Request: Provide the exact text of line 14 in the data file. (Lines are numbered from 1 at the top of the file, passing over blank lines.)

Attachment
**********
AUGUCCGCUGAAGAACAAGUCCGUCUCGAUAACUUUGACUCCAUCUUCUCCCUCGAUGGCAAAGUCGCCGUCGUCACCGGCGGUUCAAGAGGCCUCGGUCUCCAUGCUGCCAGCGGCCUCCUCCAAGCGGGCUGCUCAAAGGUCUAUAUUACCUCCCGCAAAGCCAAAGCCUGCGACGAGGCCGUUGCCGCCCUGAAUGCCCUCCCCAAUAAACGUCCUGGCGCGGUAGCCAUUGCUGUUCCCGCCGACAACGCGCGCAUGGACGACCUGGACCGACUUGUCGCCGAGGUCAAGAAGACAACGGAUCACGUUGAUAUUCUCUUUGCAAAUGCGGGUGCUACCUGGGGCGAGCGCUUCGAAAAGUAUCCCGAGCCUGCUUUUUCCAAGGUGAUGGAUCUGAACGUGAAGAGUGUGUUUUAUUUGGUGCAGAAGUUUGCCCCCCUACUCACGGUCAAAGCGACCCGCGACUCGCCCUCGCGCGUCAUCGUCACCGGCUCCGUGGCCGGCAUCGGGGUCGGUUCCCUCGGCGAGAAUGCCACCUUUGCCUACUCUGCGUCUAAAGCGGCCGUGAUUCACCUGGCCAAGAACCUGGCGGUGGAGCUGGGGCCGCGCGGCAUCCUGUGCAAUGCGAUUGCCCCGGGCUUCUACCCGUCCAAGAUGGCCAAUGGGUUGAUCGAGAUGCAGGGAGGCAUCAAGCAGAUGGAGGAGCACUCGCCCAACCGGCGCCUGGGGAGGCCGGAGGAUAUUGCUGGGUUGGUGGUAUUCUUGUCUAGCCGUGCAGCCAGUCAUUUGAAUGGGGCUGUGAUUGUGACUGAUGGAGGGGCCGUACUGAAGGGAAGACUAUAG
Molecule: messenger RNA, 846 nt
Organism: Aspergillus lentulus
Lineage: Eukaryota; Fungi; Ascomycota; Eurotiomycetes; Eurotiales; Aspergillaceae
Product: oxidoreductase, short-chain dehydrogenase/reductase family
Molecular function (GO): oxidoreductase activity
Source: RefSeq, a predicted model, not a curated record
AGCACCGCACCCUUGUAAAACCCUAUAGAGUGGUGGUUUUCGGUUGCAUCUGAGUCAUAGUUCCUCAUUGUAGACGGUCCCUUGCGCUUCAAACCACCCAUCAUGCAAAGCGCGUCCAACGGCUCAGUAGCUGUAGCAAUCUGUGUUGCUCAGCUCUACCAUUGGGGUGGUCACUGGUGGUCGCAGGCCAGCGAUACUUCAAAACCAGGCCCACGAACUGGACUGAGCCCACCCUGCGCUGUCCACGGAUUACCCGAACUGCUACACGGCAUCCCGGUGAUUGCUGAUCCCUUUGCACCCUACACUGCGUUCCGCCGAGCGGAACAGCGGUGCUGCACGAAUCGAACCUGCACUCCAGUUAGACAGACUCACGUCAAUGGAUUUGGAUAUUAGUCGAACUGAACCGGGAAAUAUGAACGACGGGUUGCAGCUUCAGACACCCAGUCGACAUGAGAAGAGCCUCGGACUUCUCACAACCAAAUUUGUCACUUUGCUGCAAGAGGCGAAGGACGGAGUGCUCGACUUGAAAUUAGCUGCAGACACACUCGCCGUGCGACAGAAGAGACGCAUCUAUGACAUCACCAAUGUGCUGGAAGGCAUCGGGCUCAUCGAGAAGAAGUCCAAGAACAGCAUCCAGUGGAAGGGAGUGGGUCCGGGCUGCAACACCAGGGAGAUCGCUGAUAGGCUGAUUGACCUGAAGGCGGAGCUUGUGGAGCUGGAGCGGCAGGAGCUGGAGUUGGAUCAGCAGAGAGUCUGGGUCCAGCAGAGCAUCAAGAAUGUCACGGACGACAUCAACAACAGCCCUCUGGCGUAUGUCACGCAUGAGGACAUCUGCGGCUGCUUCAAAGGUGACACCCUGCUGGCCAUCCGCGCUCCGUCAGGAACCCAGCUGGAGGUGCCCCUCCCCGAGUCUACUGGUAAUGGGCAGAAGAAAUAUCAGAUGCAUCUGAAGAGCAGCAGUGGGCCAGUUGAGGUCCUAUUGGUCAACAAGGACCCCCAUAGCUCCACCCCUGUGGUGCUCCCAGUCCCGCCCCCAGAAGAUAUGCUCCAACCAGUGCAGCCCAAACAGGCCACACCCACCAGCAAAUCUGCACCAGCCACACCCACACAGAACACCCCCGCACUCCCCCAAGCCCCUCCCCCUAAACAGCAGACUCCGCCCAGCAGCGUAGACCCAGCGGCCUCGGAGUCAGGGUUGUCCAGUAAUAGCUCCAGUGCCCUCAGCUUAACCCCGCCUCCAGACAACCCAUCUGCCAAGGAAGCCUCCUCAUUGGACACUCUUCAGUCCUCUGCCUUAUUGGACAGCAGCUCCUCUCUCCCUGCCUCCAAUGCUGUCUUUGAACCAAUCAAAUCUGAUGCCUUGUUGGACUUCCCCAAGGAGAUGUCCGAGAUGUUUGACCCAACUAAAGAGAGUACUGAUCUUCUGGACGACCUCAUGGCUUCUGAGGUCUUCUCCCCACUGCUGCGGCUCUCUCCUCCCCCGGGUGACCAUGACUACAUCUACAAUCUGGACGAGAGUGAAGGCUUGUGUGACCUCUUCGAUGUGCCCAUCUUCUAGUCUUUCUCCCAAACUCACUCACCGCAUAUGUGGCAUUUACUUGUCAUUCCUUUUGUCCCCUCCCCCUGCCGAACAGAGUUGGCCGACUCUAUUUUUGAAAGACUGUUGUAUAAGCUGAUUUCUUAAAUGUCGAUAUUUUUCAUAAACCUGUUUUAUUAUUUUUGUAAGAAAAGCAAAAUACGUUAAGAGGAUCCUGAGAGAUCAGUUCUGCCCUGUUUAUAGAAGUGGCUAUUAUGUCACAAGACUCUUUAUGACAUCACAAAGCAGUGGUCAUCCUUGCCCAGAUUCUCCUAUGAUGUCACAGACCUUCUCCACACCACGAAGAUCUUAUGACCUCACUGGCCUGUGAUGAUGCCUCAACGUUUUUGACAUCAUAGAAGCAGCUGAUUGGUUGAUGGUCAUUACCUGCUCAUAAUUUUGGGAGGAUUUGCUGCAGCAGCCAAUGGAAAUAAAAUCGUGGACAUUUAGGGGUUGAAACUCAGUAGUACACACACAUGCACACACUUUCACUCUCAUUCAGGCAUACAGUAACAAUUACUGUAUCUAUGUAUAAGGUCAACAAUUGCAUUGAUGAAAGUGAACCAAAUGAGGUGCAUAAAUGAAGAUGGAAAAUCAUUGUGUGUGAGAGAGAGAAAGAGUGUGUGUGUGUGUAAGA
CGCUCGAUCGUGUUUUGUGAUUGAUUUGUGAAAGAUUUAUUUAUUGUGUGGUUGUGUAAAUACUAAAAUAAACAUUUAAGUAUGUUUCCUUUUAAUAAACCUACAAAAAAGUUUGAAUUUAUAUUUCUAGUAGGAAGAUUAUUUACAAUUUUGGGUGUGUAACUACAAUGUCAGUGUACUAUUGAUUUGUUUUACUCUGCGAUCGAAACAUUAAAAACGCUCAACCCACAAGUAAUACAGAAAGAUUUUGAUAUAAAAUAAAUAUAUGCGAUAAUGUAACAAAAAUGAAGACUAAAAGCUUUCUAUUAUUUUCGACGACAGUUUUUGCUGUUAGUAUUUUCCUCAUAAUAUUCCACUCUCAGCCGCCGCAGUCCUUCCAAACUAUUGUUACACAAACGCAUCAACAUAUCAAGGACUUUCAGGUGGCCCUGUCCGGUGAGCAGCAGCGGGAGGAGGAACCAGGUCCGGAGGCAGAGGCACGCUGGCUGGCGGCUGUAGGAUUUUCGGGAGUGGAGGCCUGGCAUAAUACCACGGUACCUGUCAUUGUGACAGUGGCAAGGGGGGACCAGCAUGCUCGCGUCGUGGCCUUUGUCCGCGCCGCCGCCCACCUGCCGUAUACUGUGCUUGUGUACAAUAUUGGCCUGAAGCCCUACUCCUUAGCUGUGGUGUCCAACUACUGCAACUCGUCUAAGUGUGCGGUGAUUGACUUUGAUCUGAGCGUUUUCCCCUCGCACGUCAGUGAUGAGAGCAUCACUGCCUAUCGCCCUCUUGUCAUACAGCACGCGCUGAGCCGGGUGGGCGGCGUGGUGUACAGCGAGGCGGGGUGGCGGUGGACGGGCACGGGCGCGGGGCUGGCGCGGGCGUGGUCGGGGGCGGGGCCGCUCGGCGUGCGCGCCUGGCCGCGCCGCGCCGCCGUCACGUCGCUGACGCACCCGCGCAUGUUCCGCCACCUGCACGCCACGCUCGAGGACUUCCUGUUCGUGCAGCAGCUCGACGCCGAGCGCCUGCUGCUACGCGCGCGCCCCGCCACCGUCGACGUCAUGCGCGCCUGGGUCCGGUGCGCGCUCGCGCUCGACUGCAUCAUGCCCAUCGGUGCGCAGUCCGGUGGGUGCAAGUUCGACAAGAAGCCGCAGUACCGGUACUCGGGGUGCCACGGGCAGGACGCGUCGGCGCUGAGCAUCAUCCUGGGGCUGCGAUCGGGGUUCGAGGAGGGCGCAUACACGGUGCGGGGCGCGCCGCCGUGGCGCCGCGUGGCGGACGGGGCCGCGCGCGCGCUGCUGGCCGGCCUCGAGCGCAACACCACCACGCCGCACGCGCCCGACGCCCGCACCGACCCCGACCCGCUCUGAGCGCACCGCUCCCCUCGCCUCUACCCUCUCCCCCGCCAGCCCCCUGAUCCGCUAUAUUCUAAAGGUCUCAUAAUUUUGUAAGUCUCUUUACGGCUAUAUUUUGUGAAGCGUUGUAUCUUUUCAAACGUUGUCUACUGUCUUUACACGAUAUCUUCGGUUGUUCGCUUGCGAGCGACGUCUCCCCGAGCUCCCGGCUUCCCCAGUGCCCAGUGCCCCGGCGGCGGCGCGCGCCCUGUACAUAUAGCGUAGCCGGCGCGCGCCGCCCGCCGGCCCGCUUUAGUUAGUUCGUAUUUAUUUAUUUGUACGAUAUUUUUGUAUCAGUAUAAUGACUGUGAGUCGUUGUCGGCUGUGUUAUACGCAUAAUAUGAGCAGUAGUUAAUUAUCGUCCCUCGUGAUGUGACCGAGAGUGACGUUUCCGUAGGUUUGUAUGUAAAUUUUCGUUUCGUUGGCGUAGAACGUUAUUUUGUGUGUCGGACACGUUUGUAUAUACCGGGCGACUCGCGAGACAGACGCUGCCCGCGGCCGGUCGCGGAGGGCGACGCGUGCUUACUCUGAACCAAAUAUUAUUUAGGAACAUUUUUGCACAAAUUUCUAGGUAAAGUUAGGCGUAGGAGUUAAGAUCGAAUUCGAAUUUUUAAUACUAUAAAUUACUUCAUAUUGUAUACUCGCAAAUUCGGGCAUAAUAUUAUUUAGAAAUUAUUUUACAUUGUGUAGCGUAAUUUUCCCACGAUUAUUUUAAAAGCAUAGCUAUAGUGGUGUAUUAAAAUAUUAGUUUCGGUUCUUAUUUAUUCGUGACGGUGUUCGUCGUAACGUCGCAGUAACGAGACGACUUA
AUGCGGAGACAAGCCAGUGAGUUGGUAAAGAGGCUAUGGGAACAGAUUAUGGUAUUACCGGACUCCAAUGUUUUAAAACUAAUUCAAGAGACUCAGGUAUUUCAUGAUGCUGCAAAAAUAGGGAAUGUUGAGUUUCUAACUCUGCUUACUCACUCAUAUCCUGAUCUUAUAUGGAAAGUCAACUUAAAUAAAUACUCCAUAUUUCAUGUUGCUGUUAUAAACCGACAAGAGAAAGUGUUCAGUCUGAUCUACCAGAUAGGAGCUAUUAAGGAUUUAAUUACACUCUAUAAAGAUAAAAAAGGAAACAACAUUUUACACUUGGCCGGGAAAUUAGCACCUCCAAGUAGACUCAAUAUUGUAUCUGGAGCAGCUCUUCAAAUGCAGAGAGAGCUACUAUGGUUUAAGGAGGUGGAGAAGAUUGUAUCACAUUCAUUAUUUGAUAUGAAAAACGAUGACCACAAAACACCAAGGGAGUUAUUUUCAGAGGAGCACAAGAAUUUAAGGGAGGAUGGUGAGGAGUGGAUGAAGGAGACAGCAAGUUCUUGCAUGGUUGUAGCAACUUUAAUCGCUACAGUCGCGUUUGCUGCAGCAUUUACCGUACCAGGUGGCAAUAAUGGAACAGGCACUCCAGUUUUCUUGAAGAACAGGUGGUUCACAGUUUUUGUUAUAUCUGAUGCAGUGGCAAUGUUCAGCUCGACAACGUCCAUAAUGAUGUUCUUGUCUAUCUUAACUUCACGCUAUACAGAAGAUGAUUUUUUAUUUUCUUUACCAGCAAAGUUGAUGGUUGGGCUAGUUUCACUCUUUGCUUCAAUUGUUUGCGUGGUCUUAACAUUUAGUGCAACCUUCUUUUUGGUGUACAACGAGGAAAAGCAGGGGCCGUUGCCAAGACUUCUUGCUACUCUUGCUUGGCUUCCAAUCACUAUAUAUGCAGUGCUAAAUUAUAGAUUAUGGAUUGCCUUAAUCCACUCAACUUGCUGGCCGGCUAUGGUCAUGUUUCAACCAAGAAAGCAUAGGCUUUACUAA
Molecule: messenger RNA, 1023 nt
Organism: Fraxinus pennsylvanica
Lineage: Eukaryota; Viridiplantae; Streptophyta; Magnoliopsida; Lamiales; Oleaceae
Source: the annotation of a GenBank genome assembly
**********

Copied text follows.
Source: the annotation of a GenBank genome assembly